As some of you know I am, and have been a licensed falconer for 11 years now. I have been blessed to work with some amazing people in the rehab community and some unforgettable birds.
The last few days I have been thinking about each one of the hawks that I have had the pleasure to connect with. And as I sat on a remote dirt road, anxiously watching a hawk through my camera lens (don’t have a decent pair of binoculars ) I felt that same excitement and anxiety that I felt as I watched my first falconry bird come in for the bait. The only difference is 11 yrs ago~ I had already spent a month searching and trying to convince a legal bird to come to the trap.
Day 1 trapping for a falconry bird. ~ set the live trap out last night hoping to catch a mouse to use for bait. My husband went down to the wood pile to check and see if the peanut butter and bird seed had worked~ while I got ready for the day. No mice in the trap .. But after finding my winter gloves, and a little help from the lab dog~ (ok.. he isn’t much help, but he thinks he is) Hawk was able to capture a small mouse..small is better than nothing. I grabbed my cameras, my capture falcon license, an old towel and various other pieces and parts of equipment I would need and we headed out the door.
The weather is beautiful and right off we were able to locate a couple of bird sitting on the power poles ~ both adult birds~ so I didn’t take the time to set out the bait. Late morning we spotted a tall, thin juvenile red tail sitting on a pole above a road killed pheasant. I put out the bait and we backed off to watch. Cars rushed by on the high way and I worried that her hunger would get the best of her and she would go for the pheasant she was watching and get hit. There was a break in traffic and she finally settled down~ her head bobbed up and down as she focused on the bait in the trap. She nervously looked around, and finally~ her wings spread as she swooped down toward the trap…only to scoop up a garter snake from the highway. She flew to a nearby rise and lid on a sage brush to enjoy her meal.
I gathered up the trap and we ran back to town to pick our son up from school. ~
Later that afternoon, after returning to the area to see if I could spot her again, and setting out the bait for a couple different birds and getting ignored~
We located another young redtail in a tree at the edge of a field. Her bright white chest patch made her easy to observe from a distance. I threw the bait for her 3 different times. At one point she came in and lit on the road next to the trap.. checked it out for a bit and then retreated to a nearby fence post~ before returning to the line of trees. Not sure if she was hoping for a larger meal, or just confused by the trap~ but if you ask me ~ I think the mouse made a deal with her.. or maybe told her what I was up to and she decided it wasn’t worth the effort.
on the way home we spotted a few different hawks close to the house and decided to try to be out at sunrise to try again.
Not a bad day at all for the first day of trapping.
Day #2 of trapping season~
Coffee is poured ~ and bait escaped some time during the night. Since we share our home with a couple of dogs and one is a Jack Russell that loaths mice and rats, I figured I was in trouble. Hawk checked the mouse trap, but it was still empty. As Josiah was getting ready for school, he spotted the mouse hiding under the kitchen island. After a little demolition work~ bait was once again caught and we headed out the door. There were a couple hawks hunting not far from the house, but none were interested in mouse for breakfast.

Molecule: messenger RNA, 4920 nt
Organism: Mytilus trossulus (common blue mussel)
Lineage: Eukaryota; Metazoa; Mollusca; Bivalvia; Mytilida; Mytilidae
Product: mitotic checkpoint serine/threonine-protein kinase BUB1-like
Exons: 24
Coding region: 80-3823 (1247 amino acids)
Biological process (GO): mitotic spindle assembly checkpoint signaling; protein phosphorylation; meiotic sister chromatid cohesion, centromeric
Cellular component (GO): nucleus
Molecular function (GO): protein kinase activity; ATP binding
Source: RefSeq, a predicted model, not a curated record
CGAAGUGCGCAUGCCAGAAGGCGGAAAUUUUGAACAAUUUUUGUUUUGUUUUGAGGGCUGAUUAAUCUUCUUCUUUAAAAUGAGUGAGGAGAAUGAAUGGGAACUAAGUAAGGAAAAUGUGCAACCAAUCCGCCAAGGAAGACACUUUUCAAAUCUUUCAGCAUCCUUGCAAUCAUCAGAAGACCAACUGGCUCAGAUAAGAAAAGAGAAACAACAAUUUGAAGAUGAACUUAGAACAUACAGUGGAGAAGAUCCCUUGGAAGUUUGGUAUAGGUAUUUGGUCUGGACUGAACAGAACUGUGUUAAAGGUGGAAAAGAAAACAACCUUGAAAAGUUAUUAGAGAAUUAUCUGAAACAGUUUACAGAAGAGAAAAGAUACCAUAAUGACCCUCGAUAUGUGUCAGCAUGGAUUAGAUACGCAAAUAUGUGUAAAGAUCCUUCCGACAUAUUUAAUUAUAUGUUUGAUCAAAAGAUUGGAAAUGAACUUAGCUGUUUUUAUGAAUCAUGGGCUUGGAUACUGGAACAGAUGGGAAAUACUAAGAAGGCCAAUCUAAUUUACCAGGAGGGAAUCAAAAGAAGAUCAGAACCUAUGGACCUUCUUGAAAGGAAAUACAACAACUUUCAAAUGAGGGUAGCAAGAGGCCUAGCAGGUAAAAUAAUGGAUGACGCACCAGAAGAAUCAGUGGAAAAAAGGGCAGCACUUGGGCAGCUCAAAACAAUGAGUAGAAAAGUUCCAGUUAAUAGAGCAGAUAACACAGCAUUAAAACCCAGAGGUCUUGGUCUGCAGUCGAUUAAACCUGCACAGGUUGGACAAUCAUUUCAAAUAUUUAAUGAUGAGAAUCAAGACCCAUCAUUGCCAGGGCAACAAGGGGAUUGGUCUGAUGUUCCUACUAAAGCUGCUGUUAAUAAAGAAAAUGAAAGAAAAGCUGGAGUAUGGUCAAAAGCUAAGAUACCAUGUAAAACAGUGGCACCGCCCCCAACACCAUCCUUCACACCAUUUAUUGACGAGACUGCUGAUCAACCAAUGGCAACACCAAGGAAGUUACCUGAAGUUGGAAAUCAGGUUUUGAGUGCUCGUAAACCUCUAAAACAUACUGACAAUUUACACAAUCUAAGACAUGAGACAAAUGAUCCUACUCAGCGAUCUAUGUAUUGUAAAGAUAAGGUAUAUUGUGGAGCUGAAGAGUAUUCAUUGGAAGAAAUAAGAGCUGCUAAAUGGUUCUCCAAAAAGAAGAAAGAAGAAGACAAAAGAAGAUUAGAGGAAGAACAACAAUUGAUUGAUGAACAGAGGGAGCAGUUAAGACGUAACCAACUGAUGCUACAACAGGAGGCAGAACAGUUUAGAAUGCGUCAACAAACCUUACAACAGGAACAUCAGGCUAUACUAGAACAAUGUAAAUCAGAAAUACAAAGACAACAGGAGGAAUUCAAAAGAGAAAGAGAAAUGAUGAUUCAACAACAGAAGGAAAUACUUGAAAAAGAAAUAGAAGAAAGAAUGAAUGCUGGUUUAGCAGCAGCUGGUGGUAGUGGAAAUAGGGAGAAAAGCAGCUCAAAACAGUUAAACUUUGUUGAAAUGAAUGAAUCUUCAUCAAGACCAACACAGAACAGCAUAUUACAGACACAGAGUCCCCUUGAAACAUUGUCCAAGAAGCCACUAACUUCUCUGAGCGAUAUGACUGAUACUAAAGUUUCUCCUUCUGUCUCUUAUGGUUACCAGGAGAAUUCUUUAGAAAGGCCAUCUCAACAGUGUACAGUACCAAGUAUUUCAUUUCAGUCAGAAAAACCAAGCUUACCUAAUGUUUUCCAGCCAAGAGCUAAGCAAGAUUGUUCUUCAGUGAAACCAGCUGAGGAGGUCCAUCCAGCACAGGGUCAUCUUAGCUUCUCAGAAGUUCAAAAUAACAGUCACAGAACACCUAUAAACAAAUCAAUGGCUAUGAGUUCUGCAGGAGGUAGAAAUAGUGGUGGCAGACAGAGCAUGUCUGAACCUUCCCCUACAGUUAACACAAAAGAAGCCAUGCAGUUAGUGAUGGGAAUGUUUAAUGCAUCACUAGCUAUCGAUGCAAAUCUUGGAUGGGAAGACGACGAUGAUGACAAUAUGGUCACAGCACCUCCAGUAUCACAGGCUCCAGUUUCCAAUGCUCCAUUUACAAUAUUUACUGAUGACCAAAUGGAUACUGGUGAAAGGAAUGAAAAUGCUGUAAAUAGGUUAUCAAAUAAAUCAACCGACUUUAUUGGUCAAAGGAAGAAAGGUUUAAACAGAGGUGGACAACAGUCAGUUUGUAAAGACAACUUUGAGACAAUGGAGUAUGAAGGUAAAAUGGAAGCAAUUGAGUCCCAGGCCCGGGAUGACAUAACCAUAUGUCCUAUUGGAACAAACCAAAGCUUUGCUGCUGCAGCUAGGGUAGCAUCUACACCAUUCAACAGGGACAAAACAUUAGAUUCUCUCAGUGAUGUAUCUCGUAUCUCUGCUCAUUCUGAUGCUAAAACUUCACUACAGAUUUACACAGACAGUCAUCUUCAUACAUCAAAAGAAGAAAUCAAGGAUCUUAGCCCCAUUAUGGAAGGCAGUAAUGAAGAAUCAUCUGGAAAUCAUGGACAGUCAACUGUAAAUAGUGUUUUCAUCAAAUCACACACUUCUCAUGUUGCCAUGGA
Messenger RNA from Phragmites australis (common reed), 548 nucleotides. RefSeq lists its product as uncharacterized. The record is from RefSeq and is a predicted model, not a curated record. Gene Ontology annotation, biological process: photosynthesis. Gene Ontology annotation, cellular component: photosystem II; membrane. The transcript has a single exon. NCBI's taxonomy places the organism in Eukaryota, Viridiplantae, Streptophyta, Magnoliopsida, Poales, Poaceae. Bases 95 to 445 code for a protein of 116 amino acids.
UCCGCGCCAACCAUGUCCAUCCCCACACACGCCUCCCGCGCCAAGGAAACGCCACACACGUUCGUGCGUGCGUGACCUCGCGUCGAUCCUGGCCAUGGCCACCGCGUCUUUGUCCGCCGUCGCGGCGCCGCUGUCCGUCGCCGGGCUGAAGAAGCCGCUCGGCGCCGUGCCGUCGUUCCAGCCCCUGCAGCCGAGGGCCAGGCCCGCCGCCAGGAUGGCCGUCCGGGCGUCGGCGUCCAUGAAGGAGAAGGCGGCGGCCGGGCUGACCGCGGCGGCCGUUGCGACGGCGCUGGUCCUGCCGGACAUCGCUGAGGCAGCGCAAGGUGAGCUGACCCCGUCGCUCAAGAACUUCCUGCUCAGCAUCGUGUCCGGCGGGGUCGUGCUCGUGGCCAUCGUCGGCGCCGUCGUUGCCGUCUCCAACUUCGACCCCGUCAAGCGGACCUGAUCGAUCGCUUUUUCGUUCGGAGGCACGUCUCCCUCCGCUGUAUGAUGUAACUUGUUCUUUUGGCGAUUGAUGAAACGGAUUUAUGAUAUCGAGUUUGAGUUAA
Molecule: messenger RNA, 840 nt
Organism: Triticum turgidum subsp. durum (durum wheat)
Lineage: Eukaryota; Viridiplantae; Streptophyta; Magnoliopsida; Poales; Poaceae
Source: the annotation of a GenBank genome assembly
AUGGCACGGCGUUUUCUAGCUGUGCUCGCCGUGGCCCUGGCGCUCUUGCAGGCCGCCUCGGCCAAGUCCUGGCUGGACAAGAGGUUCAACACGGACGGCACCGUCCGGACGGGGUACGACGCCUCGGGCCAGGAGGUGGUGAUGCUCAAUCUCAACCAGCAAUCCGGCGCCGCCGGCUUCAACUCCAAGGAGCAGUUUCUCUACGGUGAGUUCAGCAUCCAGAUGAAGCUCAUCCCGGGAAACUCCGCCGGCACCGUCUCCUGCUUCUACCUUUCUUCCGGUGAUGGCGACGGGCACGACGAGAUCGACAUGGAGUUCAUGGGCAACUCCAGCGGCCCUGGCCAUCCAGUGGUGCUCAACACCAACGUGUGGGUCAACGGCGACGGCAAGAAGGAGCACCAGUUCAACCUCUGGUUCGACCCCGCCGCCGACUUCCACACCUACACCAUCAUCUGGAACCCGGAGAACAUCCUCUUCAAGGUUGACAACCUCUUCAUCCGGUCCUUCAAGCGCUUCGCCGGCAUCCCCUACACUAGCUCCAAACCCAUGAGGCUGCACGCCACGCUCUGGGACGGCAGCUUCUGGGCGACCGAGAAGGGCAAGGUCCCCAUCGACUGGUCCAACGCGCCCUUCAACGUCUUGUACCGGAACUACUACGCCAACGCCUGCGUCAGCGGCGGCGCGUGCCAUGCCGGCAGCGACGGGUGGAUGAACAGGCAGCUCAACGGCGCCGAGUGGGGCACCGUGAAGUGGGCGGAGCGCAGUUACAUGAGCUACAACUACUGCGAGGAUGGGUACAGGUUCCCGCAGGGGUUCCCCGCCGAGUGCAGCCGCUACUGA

A trip over town on our way back to the river bottom and Hawk got permission from the local feed lot to “catch all the pigeons you want”
I harnessed up the pigeon and we took the back roads to the spot we had seen the young bird last night.
As we pulled down the old bouncy dirt road, Hawk spotted her sitting on a power pole. ~ I got ready and as we went by I carefully tossed the bait into the grass~ it had barely left my finger tips when I looked up and she was already diving.~ Wham! wings spread in a silent attack. We hurried back, but she wasn’t caught yet, just very hungry. I watched through my camera lens from a distance waiting until I was sure she was caught~ and Hawk watched beside me through his broken monocular. Breath held, it seemed like forever~ but when I reached for her~ she pulled lose and flew a few feet away. I backed off immediately thinking I had just lost this bird, but to my amazement when we got far enough away, she came running out of the brush, sauntered down the road and once again captured her meal (the pigeon) This time she was caught and I was able to get her gathered up and released from the trap~ hooded and on the way home. with a HUGE smile on my face. Hawk released the mouse into a cut oat field ~ where I am sure he will be glad the Jack Russell will never find him.
She ate the first night~ and today lets me enter the mew unhooded and pick her up with no fuss at all, even though she’s still nervous and puffed up to try to scare me.
Looking forward to working with this beautiful girl.. as for a name, I haven’t decided yet.. maybe I will let my readers and “her” fans pick a name..~
70-80% of all raptors die in their first year of life. This girl was very hungry and she came after the bait almost immediately~ I have no doubt that if she hadn’t found food in the next few days.. she would have been in the percentage that didn’t survive~ The bird are usually hungry or in poor health if they come to the bait in the first place.. healthy birds who are successful hunters will most often ignore the trap~ adult birds who are proven hunters cannot be trapped for falconry purposes. I usually fly them for a year or 2 then release them. at this point they are past that first year, and are stronger and confident hunters ~